Thermal Equilibrium




What is Thermal Equilibrium
Thermal equilibrium follows the Zeroth Law of Thermodynamics. It explains the net heat transfer between two bodies that are kept in contact.

Everyone experiences heat whether they are near a flame, go outside in the sun, or sip from a hot cup of coffee. Similar to how we get a cold when we drink Pepsi or Coke, get into the bathtub, or go outside at night. Have you ever wondered why anything occurs like this? What do heat and cold actually mean? What connection do they have to temperature? What changes do our bodies make when we contact something that is hot or cold? All of this will be covered in this section under the subject of thermal equilibrium. Thermal equilibrium, to put it simply, offers a framework for establishing a relationship between heat and temperature. So let's get started right away! 

Thermal Equilibrium: What Is It?

Heat is the energy transfer from a temperature that is high to one that is low. The system (or collection of systems) is considered to be in thermal equilibrium when these temperatures equalise and heat no longer flows through them. The absence of substance flowing into or out of the system is another implication of thermal equilibrium. Thermal equilibrium is a concept used in the zeroth law of thermodynamics to explain how two dissimilar systems may be stated to be at the same temperature. For instance, when molten lava rises from a volcano, heat is released into the air until both the rock and the air are the same temperature. Despite the stark differences between the two systems (rock and air), thermal equilibrium enables the determination of temperature for each.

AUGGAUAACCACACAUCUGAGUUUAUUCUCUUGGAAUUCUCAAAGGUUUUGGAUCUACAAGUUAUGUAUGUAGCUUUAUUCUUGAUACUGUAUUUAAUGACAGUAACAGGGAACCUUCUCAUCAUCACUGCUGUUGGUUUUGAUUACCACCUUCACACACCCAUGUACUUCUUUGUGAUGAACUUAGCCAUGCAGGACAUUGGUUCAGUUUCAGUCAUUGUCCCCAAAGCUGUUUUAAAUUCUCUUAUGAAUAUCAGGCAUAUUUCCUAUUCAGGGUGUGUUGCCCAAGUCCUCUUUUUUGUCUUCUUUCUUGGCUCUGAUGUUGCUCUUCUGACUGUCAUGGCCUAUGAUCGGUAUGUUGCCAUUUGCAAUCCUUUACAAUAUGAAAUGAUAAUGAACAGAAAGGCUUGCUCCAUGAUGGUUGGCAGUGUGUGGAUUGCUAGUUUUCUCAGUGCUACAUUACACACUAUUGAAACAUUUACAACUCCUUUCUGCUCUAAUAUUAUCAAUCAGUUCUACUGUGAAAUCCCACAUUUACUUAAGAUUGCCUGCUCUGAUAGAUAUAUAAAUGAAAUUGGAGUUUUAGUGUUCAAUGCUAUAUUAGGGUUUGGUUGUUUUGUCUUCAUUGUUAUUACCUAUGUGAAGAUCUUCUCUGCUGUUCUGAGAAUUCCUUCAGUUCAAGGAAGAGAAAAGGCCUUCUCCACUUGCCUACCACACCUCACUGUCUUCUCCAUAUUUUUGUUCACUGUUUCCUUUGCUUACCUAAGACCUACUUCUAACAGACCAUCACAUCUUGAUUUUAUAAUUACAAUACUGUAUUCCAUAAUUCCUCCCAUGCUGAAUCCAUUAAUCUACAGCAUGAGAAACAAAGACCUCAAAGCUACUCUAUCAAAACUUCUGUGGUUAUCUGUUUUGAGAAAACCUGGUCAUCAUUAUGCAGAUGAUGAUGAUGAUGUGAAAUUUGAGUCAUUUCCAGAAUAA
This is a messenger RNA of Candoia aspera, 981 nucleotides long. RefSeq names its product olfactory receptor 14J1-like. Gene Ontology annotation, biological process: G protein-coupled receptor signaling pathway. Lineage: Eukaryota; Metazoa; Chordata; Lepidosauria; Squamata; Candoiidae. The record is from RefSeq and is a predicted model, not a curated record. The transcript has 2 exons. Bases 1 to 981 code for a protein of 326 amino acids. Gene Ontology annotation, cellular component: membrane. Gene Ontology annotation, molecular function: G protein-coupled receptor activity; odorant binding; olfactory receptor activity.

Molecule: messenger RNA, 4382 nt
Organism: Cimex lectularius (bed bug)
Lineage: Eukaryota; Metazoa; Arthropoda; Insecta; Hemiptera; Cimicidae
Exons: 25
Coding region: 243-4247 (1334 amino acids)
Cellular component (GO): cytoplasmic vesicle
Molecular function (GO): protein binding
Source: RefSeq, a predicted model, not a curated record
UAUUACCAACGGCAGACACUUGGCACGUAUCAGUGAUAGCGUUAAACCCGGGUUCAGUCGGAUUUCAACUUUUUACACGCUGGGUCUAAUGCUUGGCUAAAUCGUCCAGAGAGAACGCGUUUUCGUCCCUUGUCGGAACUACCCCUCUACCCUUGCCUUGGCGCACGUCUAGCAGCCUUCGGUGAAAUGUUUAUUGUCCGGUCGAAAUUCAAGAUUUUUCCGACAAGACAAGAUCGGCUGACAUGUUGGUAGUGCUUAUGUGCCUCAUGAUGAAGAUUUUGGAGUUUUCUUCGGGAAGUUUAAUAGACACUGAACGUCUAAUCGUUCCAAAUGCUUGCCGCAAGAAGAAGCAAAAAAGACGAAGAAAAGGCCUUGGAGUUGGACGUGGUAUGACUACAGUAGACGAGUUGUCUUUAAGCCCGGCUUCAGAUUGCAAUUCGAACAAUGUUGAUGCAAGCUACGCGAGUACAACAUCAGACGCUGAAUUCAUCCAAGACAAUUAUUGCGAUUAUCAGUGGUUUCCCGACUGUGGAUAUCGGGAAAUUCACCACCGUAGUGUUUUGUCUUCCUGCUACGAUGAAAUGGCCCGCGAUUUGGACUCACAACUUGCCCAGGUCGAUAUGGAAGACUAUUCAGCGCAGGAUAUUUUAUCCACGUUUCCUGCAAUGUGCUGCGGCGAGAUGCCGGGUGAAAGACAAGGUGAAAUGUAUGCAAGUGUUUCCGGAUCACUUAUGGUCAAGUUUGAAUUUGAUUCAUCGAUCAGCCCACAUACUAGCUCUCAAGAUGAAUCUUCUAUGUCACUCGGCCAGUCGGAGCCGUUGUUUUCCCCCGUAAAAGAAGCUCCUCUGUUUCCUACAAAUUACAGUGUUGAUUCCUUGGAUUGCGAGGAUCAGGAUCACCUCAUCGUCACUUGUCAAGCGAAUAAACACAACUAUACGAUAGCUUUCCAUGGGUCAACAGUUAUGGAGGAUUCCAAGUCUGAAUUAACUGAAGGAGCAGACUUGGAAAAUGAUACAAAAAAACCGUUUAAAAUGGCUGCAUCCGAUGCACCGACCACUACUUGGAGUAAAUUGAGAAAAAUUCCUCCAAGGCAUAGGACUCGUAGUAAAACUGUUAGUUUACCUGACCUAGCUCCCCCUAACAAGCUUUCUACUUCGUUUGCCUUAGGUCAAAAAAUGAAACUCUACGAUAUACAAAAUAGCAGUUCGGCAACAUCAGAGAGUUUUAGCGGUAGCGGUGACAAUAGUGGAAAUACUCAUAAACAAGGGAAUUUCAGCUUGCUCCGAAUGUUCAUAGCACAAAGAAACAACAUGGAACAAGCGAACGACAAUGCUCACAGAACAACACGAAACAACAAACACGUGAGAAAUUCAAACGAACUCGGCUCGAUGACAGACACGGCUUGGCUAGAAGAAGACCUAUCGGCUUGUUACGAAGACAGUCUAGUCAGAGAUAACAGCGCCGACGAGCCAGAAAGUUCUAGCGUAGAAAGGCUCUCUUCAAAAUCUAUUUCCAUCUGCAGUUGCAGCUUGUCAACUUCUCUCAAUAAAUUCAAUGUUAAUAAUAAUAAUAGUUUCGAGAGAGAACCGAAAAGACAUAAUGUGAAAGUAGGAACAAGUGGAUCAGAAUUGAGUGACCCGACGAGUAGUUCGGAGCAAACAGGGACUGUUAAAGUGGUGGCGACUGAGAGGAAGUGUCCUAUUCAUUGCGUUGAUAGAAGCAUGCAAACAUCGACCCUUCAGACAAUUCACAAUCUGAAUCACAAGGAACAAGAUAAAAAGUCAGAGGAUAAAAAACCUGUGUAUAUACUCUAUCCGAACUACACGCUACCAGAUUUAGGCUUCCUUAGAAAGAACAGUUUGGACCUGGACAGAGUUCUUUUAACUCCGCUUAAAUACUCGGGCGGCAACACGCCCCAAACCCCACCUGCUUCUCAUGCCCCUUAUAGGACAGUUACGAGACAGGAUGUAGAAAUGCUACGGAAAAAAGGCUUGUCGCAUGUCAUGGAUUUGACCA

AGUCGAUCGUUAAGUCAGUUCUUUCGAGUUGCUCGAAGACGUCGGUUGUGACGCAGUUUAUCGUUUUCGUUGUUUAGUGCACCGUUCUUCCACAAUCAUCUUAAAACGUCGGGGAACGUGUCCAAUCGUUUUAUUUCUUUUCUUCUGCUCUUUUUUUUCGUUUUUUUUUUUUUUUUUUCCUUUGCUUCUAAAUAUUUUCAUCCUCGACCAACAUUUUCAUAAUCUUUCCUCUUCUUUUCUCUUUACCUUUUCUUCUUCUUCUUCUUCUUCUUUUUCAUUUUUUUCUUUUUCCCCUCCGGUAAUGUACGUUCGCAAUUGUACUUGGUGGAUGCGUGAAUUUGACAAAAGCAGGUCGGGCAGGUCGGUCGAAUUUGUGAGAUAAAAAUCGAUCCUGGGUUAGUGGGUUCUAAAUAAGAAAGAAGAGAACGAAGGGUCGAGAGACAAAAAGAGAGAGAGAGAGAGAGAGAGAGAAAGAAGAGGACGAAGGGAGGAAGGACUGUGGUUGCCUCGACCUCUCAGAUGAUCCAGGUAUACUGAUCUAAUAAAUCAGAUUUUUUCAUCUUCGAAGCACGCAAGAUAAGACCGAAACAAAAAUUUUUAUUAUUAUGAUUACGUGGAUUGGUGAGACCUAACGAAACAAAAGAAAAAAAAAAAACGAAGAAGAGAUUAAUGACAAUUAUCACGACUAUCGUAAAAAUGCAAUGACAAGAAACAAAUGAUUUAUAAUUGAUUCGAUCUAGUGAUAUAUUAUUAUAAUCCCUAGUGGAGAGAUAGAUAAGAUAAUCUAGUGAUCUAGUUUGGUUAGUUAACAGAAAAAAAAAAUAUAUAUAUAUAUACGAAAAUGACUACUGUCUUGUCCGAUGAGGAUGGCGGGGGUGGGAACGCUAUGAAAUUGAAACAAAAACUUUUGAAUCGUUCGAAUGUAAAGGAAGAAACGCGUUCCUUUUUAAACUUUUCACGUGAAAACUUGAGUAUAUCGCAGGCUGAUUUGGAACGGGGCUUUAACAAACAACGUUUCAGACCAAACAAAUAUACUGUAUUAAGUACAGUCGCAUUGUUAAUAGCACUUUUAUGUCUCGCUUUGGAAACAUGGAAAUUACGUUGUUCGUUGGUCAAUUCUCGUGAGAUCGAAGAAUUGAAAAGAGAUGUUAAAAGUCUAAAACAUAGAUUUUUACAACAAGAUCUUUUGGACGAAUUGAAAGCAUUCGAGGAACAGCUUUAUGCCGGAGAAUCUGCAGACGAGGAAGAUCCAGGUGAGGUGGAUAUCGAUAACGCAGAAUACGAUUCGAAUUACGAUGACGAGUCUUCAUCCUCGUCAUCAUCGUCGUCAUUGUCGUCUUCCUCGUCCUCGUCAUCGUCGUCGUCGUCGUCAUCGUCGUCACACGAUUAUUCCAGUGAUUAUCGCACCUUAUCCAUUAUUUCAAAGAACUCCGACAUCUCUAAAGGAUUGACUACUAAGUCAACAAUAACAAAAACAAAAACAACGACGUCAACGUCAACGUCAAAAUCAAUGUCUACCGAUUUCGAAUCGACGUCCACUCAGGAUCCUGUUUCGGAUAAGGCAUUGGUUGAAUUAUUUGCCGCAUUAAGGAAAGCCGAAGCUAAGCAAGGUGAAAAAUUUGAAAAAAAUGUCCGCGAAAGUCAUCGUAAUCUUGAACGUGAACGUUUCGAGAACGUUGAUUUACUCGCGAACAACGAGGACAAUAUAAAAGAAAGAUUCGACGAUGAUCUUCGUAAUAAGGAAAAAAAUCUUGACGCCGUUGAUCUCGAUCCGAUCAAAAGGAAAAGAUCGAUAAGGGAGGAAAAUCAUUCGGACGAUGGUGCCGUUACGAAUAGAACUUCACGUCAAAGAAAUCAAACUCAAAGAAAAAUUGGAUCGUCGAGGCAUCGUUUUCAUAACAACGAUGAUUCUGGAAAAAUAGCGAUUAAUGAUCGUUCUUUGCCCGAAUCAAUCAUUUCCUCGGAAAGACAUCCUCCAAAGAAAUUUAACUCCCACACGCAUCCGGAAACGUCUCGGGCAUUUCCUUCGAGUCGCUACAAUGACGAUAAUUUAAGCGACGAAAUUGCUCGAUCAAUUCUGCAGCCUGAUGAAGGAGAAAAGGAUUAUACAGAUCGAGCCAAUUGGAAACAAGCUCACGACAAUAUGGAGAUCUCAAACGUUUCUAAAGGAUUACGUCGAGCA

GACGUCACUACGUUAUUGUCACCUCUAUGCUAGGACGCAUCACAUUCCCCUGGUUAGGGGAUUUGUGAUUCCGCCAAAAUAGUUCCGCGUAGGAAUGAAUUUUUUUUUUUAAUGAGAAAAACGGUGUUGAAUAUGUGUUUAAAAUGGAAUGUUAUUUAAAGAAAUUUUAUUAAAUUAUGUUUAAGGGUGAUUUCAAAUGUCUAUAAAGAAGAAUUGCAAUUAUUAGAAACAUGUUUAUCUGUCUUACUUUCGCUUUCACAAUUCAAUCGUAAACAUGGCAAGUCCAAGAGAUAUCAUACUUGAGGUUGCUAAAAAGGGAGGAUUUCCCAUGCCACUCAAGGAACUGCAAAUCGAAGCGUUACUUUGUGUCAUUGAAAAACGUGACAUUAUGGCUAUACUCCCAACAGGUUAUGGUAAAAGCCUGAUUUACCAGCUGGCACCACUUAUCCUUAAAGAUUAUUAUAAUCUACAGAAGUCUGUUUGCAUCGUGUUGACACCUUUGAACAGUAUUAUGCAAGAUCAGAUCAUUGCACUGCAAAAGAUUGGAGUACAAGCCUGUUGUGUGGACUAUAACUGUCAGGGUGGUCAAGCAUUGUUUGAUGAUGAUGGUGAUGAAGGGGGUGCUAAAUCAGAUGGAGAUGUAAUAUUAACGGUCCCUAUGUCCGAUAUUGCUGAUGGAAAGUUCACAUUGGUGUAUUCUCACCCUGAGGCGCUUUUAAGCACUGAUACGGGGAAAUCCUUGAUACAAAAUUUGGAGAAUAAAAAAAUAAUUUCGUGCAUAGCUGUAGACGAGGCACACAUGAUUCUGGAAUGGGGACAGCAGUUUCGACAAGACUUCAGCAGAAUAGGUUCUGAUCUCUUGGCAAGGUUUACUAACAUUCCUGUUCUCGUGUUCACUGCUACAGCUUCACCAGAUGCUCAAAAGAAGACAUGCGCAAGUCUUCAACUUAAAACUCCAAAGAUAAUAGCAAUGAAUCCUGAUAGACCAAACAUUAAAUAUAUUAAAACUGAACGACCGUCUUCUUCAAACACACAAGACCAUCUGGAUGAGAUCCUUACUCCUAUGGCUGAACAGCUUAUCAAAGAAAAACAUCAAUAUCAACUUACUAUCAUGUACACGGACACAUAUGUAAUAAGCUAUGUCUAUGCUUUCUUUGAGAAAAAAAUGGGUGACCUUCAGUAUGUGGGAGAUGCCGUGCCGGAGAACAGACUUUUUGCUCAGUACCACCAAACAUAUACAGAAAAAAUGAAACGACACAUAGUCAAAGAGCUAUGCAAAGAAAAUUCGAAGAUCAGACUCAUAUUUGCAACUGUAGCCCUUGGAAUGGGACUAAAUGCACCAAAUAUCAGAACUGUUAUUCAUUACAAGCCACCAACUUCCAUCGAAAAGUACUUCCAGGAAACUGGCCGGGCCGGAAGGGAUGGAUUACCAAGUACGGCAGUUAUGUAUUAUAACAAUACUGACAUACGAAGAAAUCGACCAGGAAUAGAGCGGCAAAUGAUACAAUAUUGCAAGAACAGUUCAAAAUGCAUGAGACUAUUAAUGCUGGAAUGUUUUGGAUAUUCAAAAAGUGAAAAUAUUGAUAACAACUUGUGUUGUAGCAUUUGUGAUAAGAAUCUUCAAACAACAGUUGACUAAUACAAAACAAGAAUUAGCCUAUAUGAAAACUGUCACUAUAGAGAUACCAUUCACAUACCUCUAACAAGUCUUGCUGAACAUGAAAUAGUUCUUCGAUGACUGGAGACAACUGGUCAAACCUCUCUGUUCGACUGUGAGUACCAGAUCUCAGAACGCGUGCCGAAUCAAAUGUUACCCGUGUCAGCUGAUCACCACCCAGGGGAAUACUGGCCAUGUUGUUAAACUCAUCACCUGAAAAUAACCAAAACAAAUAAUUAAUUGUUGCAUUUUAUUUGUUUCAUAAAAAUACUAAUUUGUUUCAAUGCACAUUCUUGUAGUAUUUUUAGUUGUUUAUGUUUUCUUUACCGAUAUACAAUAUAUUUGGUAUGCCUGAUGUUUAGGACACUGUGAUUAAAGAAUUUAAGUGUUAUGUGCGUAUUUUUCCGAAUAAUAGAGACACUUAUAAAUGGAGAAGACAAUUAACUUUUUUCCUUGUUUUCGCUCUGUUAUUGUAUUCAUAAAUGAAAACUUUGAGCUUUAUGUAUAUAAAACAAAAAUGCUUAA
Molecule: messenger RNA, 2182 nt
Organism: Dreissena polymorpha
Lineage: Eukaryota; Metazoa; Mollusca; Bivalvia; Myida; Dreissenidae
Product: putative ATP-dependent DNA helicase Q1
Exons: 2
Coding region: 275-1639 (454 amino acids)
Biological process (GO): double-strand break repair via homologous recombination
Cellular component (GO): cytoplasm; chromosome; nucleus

Thermal Equilibrium Definition

Thermal equilibrium is the physical state of two bodies when they are connected by a permeable path, don’t undergo any heat transfer and both the bodies have the same temperature. 

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